Trust and humour guide ice dancers at Olympics

Two skaters glide across the ice and set-up for a key moment in their routine. Paul Poirier hoists Vanessa Crone into the air until her left skate rests on his upper thigh. All her weight pulls against him.

For the audience it looks effortless, but for Poirier, 18, and Crone, 19, it’s the result of years building utmost trust in one another and facing the largest challenges together.

“We can look at each other and we know exactly what is wrong and how to counter balance it and that has defiantly helped us over the years,” Crone said.

Competing for Canada at the 2010 Vancouver Winter Olympics in mixed ice dance is something they have always wanted, but not a goal so easily attained.

“I think the hard days come more often than people think,” Crone said.

Having skated together since they were nine and 10 years old, Crone and Poirier see each other more as “brother and sister” than as partners.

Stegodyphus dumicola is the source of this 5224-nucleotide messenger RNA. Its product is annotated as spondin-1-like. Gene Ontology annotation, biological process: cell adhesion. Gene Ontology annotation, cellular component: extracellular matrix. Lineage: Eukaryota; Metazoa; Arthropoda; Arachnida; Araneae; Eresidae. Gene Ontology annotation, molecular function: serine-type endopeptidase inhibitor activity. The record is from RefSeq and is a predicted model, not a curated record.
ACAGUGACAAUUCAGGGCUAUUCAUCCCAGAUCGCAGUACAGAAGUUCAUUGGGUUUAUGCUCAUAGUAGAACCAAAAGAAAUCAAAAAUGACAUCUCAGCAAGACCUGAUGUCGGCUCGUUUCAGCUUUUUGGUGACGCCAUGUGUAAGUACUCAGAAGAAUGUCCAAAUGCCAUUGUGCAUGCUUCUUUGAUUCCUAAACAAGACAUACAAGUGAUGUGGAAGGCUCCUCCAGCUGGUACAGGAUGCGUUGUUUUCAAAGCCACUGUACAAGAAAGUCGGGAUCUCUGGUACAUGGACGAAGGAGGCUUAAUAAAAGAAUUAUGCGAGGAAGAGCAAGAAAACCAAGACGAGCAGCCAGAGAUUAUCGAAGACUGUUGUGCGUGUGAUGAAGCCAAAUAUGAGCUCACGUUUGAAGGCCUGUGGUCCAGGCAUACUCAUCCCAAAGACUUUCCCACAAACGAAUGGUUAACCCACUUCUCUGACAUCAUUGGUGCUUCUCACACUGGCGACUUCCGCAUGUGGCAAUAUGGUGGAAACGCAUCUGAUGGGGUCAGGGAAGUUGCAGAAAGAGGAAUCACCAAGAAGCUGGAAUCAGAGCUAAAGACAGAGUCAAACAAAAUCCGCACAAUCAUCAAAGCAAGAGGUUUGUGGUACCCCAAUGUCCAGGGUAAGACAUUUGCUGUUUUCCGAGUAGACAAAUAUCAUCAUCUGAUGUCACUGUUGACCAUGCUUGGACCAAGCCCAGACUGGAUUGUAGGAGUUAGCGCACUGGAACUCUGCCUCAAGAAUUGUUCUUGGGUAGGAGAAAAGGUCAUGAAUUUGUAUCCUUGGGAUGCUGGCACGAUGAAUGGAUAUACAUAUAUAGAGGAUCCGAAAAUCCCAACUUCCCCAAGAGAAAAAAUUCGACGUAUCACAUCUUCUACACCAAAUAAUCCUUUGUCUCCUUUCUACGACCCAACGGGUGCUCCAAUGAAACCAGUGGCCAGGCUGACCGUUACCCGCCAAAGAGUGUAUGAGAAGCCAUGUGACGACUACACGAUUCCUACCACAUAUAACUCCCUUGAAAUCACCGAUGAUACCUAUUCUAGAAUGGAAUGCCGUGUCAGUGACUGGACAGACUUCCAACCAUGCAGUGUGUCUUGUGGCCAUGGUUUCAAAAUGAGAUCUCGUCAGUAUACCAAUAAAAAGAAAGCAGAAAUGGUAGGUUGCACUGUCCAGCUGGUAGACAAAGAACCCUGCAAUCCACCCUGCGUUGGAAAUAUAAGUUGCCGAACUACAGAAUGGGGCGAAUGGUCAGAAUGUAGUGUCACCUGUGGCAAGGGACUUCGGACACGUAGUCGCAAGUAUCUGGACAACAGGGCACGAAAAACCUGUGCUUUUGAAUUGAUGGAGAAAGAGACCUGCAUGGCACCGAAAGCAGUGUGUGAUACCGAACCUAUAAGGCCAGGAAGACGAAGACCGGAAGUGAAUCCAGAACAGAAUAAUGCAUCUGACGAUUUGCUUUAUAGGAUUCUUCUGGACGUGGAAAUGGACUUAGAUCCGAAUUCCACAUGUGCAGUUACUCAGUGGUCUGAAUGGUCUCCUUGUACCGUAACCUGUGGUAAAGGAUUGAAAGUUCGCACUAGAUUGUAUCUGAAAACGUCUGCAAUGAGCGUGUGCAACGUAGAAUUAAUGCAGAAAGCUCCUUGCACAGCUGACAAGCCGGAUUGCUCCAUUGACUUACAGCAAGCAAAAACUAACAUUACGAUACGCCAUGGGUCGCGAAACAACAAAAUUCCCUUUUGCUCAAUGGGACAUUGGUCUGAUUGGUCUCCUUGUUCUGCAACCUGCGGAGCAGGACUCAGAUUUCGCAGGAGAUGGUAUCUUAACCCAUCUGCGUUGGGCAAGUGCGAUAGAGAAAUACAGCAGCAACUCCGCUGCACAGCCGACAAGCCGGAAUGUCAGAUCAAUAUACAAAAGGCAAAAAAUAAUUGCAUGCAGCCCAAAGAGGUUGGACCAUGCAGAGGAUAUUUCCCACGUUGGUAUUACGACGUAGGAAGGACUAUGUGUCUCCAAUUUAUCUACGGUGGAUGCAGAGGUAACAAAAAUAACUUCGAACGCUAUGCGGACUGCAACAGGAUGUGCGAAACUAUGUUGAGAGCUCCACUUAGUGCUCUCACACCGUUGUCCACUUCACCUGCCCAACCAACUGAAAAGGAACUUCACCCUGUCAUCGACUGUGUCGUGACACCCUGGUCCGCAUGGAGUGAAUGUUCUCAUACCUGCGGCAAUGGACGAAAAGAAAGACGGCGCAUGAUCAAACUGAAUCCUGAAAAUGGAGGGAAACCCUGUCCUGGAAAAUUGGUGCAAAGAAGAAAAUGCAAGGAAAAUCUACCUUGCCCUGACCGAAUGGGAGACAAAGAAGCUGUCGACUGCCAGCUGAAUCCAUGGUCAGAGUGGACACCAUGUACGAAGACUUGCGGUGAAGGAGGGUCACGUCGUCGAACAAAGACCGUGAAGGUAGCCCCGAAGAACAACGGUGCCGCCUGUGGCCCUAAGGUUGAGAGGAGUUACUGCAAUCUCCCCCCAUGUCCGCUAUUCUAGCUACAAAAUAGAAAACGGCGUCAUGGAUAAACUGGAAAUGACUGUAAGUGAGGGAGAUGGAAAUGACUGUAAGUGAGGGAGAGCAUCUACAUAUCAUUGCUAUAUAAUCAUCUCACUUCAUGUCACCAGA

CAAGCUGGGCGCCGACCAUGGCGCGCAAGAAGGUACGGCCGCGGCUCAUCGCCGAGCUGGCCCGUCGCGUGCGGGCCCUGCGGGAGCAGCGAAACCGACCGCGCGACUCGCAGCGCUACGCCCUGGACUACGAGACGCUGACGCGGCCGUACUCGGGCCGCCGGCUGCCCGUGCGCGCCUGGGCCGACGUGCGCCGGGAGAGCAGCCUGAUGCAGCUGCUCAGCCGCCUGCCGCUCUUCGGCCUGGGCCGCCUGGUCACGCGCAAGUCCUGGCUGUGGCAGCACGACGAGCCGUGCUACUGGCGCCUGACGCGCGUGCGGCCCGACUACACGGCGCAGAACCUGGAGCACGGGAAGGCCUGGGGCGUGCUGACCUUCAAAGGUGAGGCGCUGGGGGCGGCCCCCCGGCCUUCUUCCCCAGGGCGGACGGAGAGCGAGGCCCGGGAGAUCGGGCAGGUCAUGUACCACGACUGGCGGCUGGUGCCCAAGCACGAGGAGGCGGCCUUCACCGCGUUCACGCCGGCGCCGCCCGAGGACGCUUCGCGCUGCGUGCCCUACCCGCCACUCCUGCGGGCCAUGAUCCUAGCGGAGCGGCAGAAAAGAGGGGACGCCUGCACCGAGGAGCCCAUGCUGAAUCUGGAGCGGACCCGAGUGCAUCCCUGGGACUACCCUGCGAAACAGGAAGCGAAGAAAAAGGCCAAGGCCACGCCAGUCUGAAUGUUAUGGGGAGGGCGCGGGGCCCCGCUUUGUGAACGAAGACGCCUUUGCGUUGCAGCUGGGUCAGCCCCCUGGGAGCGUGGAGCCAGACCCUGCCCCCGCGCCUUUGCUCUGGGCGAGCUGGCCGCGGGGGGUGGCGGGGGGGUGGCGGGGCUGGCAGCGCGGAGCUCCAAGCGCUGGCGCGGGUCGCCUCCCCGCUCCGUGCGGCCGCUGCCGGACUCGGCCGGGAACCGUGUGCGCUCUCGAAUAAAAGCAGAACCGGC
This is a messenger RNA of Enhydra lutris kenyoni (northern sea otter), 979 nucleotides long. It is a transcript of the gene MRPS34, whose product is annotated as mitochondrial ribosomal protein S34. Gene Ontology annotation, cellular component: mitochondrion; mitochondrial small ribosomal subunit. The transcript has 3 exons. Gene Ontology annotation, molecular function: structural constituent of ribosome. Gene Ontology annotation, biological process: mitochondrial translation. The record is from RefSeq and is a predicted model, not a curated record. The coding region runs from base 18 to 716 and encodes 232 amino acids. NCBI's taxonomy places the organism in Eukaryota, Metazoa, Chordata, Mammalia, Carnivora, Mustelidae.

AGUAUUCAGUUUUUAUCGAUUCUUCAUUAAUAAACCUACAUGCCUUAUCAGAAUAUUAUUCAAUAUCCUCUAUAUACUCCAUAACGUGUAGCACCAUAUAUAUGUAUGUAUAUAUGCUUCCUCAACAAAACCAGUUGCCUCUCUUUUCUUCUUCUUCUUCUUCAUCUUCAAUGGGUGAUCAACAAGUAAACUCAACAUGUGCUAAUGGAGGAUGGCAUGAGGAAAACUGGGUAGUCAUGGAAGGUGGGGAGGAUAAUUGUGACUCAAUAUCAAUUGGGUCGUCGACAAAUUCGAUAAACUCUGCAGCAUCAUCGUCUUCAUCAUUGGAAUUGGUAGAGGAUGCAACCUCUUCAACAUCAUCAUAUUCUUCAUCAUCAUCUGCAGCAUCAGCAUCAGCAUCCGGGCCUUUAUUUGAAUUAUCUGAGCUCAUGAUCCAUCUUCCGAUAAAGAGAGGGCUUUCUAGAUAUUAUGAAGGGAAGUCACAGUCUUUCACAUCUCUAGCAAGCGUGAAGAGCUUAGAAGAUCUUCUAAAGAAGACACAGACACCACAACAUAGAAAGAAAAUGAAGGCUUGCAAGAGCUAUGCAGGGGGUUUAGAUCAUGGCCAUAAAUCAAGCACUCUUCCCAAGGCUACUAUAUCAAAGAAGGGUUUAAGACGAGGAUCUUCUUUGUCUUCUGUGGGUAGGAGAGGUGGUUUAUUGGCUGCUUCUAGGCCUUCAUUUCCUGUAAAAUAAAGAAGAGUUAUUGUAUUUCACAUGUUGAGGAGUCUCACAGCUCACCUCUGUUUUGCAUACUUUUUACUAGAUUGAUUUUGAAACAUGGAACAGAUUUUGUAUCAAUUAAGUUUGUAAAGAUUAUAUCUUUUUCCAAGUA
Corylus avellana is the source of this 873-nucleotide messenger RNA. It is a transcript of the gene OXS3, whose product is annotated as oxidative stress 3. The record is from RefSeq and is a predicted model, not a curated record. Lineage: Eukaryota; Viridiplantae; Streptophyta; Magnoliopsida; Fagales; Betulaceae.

They said their concern for one another and their mutual goals guide them.

“There are going to be hard days, but that is when your love for what you are doing really carries you through,” Poirier said.

According to their coach, Carol Lane, they have to find ways to break the tension of competition and still have fun.

One technique they use comes from the Pixar movie, Up. A dog in the film has to wear a cone that covers his head. They bought a cone from a local vet; it has the words “cone of shame” written across it.

“We took it to nationals and it was a hit,” Lane said. “The kids all knew that if they messed up they would be wearing the cone of shame.”

Coach Lane said she will carry a smaller version of the cone with her at the Olympics. She said it’s become a good luck charm for the athletes.